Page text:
Russian Grand Prix - Powering through the Olympic Village
For its third edition, the Russian Formula One Grand Prix moves from Autumn to Spring time, as the fourth race on the calendar. Introducing the track which unwinds through the 2014 Winter Olympics Village are Scuderia Ferrari driver Sebastian Vettel and Power Unit Director Mattia Binotto.
This year will mark Seb’s third time at Sochi, the second as a Scuderia Ferrari driver: “The track is located in the Olympic Park, where the Winter Games were held, it’s something quite unique. It’s an exciting circuit with a lot of 90 degrees corners. The track is quite floating, so there are not hard stops. It’s not that easy to overtake but overall quite high grip and good fun. I think that a lot of Russians enjoying the fact the Formula 1 is happening there so, it’s definitely a good Grand Prix.”
There is a factor that will affect everyone in the race: “Usually Russia is quite hard in fuel consumption. In the last two years, though, we saw that tires last very long. So, it becomes important to make sure you’re able to race flat out and you have a fast car in qualifying and you carry that into the race to ensure you have a good and strong result.”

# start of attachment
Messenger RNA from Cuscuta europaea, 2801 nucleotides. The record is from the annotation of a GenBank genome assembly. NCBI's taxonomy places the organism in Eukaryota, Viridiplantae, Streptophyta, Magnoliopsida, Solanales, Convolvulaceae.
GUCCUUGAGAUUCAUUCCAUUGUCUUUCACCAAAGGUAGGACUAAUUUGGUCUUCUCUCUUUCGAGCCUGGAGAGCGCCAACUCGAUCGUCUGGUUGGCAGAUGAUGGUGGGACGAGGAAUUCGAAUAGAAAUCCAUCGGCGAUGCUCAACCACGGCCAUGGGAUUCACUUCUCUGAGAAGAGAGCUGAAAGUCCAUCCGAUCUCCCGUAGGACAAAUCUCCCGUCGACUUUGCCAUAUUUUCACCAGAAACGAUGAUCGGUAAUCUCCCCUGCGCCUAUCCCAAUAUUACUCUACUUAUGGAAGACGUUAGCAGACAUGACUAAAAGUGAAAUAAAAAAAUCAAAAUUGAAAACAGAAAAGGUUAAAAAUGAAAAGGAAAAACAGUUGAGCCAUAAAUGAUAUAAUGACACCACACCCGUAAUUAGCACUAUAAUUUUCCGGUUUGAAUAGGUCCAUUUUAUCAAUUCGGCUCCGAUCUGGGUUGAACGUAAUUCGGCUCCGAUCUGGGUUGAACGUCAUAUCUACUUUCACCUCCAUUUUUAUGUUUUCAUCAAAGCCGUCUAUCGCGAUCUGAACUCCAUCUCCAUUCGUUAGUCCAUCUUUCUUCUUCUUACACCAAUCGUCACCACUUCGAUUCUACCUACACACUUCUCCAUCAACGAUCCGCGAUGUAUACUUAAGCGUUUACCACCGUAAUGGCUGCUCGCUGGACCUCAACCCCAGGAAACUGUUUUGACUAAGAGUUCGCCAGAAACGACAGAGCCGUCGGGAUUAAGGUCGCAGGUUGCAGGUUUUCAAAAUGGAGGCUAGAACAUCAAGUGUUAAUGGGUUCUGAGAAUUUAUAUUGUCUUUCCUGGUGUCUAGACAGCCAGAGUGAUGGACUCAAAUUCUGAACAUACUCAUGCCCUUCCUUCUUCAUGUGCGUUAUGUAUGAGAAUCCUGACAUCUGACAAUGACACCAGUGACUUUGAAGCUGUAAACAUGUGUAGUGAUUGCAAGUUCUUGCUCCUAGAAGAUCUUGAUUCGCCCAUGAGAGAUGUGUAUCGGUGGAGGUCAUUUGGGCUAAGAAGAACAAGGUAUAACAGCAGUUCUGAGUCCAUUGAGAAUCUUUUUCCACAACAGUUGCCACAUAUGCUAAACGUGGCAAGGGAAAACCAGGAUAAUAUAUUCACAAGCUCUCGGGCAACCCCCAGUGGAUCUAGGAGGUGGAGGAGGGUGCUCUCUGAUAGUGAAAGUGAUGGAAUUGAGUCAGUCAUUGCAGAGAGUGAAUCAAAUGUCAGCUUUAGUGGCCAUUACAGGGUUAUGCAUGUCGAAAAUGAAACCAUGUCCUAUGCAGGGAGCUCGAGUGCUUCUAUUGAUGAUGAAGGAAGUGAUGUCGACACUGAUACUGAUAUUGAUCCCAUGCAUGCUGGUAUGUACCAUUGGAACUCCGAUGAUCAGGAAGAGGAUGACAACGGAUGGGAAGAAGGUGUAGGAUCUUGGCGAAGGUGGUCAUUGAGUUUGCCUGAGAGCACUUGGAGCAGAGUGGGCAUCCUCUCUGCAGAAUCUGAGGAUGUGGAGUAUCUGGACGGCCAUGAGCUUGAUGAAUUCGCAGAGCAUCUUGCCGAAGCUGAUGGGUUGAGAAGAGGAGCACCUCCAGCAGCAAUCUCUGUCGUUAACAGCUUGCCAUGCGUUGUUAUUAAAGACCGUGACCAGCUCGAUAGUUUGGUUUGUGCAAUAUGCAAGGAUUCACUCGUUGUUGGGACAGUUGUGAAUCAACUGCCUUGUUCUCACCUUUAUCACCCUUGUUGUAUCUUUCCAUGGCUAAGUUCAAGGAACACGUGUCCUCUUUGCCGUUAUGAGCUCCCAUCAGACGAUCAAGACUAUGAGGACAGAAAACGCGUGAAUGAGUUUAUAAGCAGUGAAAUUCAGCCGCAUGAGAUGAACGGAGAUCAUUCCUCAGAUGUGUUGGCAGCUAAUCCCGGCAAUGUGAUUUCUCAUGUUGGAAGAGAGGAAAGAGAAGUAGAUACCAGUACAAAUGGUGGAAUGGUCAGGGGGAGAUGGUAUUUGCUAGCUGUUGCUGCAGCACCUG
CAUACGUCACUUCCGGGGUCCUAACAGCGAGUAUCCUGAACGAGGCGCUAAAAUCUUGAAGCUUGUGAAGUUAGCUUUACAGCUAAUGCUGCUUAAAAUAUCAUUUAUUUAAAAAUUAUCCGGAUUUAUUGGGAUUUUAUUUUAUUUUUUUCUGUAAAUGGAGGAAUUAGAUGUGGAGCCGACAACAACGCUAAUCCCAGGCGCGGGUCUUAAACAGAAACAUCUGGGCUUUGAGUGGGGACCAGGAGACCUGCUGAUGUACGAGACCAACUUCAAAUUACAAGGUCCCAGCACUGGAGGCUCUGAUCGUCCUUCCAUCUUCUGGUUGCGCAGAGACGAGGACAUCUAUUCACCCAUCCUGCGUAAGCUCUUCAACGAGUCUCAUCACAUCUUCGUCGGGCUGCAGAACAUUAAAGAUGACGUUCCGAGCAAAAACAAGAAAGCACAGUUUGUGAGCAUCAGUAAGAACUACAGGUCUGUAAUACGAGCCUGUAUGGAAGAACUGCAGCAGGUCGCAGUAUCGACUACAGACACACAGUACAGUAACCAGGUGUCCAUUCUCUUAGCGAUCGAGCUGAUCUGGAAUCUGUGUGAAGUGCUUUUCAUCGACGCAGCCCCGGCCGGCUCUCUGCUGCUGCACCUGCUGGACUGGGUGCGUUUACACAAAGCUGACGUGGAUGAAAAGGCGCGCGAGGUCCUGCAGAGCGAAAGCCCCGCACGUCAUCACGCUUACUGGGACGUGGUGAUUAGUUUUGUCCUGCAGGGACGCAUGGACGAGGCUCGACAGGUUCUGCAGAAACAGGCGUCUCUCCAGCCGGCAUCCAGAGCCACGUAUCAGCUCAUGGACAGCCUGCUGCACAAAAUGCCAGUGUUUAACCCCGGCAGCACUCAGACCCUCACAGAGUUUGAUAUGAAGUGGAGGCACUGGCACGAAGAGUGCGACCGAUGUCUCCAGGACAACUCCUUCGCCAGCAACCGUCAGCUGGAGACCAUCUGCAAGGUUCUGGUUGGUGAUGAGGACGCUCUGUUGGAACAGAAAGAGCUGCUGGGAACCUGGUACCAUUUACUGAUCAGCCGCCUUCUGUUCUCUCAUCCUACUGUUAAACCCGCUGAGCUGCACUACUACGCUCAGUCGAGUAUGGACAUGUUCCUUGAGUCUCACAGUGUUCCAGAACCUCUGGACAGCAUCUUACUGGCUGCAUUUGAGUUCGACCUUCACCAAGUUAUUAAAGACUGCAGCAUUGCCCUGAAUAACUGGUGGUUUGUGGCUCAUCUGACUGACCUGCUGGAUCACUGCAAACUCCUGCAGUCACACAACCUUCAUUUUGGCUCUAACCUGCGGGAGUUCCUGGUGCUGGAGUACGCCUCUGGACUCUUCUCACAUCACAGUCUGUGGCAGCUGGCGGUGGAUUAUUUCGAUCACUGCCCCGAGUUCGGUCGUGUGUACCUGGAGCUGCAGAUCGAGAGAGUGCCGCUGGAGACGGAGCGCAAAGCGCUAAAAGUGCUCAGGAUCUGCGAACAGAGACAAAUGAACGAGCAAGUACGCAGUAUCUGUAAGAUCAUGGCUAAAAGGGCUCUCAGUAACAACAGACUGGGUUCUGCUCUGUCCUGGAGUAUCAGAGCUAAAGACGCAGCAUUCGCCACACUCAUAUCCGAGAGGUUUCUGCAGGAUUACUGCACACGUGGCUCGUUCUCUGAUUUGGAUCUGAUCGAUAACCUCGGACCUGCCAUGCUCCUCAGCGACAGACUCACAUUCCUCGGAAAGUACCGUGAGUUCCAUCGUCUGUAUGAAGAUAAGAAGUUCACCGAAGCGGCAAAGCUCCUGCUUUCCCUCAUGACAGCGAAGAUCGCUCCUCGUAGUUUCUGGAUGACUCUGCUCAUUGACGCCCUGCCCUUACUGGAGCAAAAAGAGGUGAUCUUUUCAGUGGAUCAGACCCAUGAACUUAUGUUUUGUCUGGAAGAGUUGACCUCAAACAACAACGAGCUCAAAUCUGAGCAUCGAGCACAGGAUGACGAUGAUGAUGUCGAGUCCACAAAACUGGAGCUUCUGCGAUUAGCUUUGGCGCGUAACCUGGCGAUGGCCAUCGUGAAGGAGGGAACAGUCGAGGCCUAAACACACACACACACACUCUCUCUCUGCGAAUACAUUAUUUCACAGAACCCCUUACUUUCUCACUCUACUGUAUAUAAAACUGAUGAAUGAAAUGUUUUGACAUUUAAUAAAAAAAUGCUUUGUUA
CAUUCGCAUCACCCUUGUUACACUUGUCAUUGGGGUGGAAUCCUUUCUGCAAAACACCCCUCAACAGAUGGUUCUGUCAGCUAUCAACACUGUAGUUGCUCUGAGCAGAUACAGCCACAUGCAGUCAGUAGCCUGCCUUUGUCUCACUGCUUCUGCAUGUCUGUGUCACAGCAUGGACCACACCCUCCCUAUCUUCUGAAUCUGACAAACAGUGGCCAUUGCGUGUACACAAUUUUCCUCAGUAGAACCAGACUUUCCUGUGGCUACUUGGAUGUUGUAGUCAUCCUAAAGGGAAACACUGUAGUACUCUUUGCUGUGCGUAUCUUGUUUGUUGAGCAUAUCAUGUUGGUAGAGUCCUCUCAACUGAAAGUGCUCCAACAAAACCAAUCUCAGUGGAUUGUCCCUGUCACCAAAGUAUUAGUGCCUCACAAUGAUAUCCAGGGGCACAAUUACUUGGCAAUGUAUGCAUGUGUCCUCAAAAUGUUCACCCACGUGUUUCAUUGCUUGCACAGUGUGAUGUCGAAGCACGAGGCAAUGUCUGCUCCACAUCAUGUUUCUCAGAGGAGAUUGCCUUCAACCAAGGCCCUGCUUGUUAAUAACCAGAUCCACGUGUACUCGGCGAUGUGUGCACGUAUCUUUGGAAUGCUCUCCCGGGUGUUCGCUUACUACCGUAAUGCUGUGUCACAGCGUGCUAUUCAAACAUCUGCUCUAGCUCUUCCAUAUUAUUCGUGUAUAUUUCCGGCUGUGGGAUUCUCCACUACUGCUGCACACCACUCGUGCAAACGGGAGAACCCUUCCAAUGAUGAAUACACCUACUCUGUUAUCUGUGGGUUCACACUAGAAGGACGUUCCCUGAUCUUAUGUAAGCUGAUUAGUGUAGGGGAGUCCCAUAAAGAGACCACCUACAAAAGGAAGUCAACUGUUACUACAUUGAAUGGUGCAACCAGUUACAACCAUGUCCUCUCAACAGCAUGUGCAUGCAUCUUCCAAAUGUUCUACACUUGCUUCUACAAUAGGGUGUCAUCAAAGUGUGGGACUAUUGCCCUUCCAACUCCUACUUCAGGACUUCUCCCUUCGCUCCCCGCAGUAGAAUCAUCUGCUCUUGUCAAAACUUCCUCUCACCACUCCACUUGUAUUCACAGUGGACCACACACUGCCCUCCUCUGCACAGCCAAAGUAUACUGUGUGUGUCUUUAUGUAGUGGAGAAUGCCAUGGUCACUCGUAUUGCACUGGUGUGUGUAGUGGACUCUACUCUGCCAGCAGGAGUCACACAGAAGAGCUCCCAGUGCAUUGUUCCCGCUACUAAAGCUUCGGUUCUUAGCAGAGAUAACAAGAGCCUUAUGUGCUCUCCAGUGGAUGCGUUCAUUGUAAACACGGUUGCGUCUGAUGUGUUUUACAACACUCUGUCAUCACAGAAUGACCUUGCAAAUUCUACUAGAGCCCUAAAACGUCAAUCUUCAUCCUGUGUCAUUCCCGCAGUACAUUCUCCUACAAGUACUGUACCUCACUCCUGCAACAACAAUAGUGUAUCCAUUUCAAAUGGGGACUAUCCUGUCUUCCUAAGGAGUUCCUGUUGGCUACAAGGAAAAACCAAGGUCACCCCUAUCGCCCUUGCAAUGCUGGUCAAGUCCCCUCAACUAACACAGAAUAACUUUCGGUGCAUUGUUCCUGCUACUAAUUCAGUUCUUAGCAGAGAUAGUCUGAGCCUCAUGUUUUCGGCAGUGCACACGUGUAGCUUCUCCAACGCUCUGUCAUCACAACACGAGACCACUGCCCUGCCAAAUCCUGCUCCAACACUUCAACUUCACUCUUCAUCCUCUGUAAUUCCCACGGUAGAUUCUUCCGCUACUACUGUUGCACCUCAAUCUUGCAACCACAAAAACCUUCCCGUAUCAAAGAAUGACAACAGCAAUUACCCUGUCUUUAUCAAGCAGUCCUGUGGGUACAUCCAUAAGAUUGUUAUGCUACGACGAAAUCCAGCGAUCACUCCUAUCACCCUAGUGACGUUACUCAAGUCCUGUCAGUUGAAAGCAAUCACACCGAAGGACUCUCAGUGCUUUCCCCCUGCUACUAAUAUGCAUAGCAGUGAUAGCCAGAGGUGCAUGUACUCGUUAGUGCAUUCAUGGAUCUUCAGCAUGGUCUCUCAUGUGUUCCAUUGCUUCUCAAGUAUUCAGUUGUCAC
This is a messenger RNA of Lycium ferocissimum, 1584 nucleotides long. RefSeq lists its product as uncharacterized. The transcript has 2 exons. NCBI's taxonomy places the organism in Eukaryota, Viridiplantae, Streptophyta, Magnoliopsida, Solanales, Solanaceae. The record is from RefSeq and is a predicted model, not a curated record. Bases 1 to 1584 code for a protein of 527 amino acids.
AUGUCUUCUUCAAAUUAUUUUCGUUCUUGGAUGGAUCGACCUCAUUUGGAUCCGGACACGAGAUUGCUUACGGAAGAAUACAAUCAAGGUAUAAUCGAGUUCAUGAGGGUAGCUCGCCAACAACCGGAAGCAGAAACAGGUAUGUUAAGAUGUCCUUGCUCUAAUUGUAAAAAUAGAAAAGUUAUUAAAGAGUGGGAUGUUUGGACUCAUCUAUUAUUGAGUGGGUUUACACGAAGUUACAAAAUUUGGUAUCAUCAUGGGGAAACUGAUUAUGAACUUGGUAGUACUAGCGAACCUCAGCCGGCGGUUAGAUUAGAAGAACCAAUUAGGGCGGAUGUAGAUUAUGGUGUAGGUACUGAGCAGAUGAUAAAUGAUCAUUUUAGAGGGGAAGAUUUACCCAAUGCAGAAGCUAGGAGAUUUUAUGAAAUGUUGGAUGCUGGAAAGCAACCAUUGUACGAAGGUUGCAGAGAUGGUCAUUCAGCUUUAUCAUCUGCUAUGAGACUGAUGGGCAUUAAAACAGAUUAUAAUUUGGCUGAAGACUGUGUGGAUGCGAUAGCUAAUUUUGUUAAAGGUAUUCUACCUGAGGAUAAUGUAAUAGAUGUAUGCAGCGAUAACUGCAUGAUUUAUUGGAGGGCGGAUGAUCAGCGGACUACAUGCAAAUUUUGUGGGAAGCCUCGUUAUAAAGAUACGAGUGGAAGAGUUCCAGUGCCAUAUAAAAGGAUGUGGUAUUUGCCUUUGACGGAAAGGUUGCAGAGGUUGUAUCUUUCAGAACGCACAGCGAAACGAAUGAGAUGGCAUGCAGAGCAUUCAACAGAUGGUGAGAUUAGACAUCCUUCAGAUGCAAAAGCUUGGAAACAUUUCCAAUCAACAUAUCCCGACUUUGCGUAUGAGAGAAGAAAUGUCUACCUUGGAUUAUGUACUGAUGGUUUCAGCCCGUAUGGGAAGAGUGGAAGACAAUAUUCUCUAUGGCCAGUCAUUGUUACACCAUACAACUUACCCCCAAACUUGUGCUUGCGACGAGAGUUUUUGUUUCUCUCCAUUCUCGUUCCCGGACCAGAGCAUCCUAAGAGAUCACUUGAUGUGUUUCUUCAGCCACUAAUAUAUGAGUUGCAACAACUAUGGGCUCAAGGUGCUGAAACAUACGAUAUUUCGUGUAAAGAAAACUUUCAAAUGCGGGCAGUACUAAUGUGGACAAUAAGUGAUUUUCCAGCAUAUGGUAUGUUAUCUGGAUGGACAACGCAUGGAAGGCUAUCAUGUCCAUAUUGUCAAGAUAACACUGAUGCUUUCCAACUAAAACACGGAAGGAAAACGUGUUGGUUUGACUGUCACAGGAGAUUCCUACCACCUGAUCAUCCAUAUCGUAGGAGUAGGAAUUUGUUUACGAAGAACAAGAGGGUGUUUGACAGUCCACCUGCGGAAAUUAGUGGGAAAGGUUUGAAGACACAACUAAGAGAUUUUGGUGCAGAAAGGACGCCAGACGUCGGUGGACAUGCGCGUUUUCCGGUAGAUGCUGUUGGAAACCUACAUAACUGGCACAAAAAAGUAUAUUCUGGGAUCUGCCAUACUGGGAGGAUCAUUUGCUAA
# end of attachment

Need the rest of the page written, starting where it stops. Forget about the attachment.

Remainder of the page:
According to Binotto, Sochi presents many challenges on both engine and chassis side. “There are very long straights, very high speed corners, but you also have high speed braking and low traction hairpins. Probably even more important than sheer power is the entire Power Unit, together with the energy management because somehow you need to get the balance right between the long straight which require high accelerations, the corners, every other part of the circuit, and finally to optimize the best lap time and the energy management between the internal combustion engine and the whole system. In terms of race management, the drivers’ lines can be very different in Russia. There are quite a few opportunities for overtaking and therefore it is quite important to manage correctly the way you accelerate the car by using different strategies in the race, compared to qualifying in hybrid and Power Unit energy management.” Fuel management will also be a factor at Sochi: “Fuel consumption is another difficult point in Russia. When we were there two years ago we immediately realized that the 100 kg maximum allowance for the entire race was quite restrictive. In fact, you need somehow to save and manage the fuel during the race and optimize it for the race distance. Also, the very long corner number three, with its high centrifugal acceleration, can prove to be difficult for the oil pick-up and thus affect the lubrication system”.